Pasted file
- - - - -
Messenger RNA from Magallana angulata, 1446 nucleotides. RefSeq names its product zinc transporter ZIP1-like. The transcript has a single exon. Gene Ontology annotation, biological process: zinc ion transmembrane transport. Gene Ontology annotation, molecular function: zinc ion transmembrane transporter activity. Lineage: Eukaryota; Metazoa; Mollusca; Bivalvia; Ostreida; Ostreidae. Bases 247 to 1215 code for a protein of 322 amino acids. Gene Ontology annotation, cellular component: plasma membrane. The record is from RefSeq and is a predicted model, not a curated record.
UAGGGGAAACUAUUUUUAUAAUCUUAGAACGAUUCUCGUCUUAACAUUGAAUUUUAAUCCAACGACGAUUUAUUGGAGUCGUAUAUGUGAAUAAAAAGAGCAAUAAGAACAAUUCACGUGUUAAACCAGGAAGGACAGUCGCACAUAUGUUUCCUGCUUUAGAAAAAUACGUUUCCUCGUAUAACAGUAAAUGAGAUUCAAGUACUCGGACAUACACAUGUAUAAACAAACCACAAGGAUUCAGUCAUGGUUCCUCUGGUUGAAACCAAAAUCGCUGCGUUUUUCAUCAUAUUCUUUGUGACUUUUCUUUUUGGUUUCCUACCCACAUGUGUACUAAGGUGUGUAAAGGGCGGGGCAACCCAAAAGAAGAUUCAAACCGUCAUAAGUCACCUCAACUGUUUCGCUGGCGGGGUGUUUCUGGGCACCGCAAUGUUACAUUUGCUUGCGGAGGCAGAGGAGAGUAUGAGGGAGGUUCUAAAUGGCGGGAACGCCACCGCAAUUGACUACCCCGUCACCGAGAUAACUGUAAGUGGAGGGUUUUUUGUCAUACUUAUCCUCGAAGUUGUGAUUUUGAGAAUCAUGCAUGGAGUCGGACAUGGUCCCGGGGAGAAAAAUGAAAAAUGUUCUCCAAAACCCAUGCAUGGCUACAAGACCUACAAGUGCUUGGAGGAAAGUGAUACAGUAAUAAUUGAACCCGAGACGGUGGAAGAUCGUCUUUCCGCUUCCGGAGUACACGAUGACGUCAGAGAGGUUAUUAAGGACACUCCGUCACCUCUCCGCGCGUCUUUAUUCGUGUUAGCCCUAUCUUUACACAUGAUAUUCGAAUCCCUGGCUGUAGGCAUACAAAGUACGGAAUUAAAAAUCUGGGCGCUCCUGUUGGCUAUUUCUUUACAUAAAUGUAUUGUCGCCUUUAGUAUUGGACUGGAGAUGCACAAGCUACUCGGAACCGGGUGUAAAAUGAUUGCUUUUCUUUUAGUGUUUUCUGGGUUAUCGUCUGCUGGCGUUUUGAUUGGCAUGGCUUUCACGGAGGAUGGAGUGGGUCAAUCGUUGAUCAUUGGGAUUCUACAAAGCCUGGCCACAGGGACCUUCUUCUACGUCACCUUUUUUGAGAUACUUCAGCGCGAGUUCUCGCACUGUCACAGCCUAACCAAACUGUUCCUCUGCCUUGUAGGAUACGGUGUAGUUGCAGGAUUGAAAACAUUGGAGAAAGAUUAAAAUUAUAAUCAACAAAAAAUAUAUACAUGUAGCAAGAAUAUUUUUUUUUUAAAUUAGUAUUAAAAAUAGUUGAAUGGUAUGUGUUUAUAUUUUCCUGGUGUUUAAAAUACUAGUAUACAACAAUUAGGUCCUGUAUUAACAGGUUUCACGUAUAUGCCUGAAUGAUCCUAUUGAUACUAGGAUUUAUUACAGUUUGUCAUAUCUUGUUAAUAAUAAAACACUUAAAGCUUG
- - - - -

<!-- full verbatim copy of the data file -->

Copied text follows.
Messenger RNA from Magallana angulata, 1446 nucleotides. RefSeq names its product zinc transporter ZIP1-like. The transcript has a single exon. Gene Ontology annotation, biological process: zinc ion transmembrane transport. Gene Ontology annotation, molecular function: zinc ion transmembrane transporter activity. Lineage: Eukaryota; Metazoa; Mollusca; Bivalvia; Ostreida; Ostreidae. Bases 247 to 1215 code for a protein of 322 amino acids. Gene Ontology annotation, cellular component: plasma membrane. The record is from RefSeq and is a predicted model, not a curated record.
UAGGGGAAACUAUUUUUAUAAUCUUAGAACGAUUCUCGUCUUAACAUUGAAUUUUAAUCCAACGACGAUUUAUUGGAGUCGUAUAUGUGAAUAAAAAGAGCAAUAAGAACAAUUCACGUGUUAAACCAGGAAGGACAGUCGCACAUAUGUUUCCUGCUUUAGAAAAAUACGUUUCCUCGUAUAACAGUAAAUGAGAUUCAAGUACUCGGACAUACACAUGUAUAAACAAACCACAAGGAUUCAGUCAUGGUUCCUCUGGUUGAAACCAAAAUCGCUGCGUUUUUCAUCAUAUUCUUUGUGACUUUUCUUUUUGGUUUCCUACCCACAUGUGUACUAAGGUGUGUAAAGGGCGGGGCAACCCAAAAGAAGAUUCAAACCGUCAUAAGUCACCUCAACUGUUUCGCUGGCGGGGUGUUUCUGGGCACCGCAAUGUUACAUUUGCUUGCGGAGGCAGAGGAGAGUAUGAGGGAGGUUCUAAAUGGCGGGAACGCCACCGCAAUUGACUACCCCGUCACCGAGAUAACUGUAAGUGGAGGGUUUUUUGUCAUACUUAUCCUCGAAGUUGUGAUUUUGAGAAUCAUGCAUGGAGUCGGACAUGGUCCCGGGGAGAAAAAUGAAAAAUGUUCUCCAAAACCCAUGCAUGGCUACAAGACCUACAAGUGCUUGGAGGAAAGUGAUACAGUAAUAAUUGAACCCGAGACGGUGGAAGAUCGUCUUUCCGCUUCCGGAGUACACGAUGACGUCAGAGAGGUUAUUAAGGACACUCCGUCACCUCUCCGCGCGUCUUUAUUCGUGUUAGCCCUAUCUUUACACAUGAUAUUCGAAUCCCUGGCUGUAGGCAUACAAAGUACGGAAUUAAAAAUCUGGGCGCUCCUGUUGGCUAUUUCUUUACAUAAAUGUAUUGUCGCCUUUAGUAUUGGACUGGAGAUGCACAAGCUACUCGGAACCGGGUGUAAAAUGAUUGCUUUUCUUUUAGUGUUUUCUGGGUUAUCGUCUGCUGGCGUUUUGAUUGGCAUGGCUUUCACGGAGGAUGGAGUGGGUCAAUCGUUGAUCAUUGGGAUUCUACAAAGCCUGGCCACAGGGACCUUCUUCUACGUCACCUUUUUUGAGAUACUUCAGCGCGAGUUCUCGCACUGUCACAGCCUAACCAAACUGUUCCUCUGCCUUGUAGGAUACGGUGUAGUUGCAGGAUUGAAAACAUUGGAGAAAGAUUAAAAUUAUAAUCAACAAAAAAUAUAUACAUGUAGCAAGAAUAUUUUUUUUUUAAAUUAGUAUUAAAAAUAGUUGAAUGGUAUGUGUUUAUAUUUUCCUGGUGUUUAAAAUACUAGUAUACAACAAUUAGGUCCUGUAUUAACAGGUUUCACGUAUAUGCCUGAAUGAUCCUAUUGAUACUAGGAUUUAUUACAGUUUGUCAUAUCUUGUUAAUAAUAAAACACUUAAAGCUUG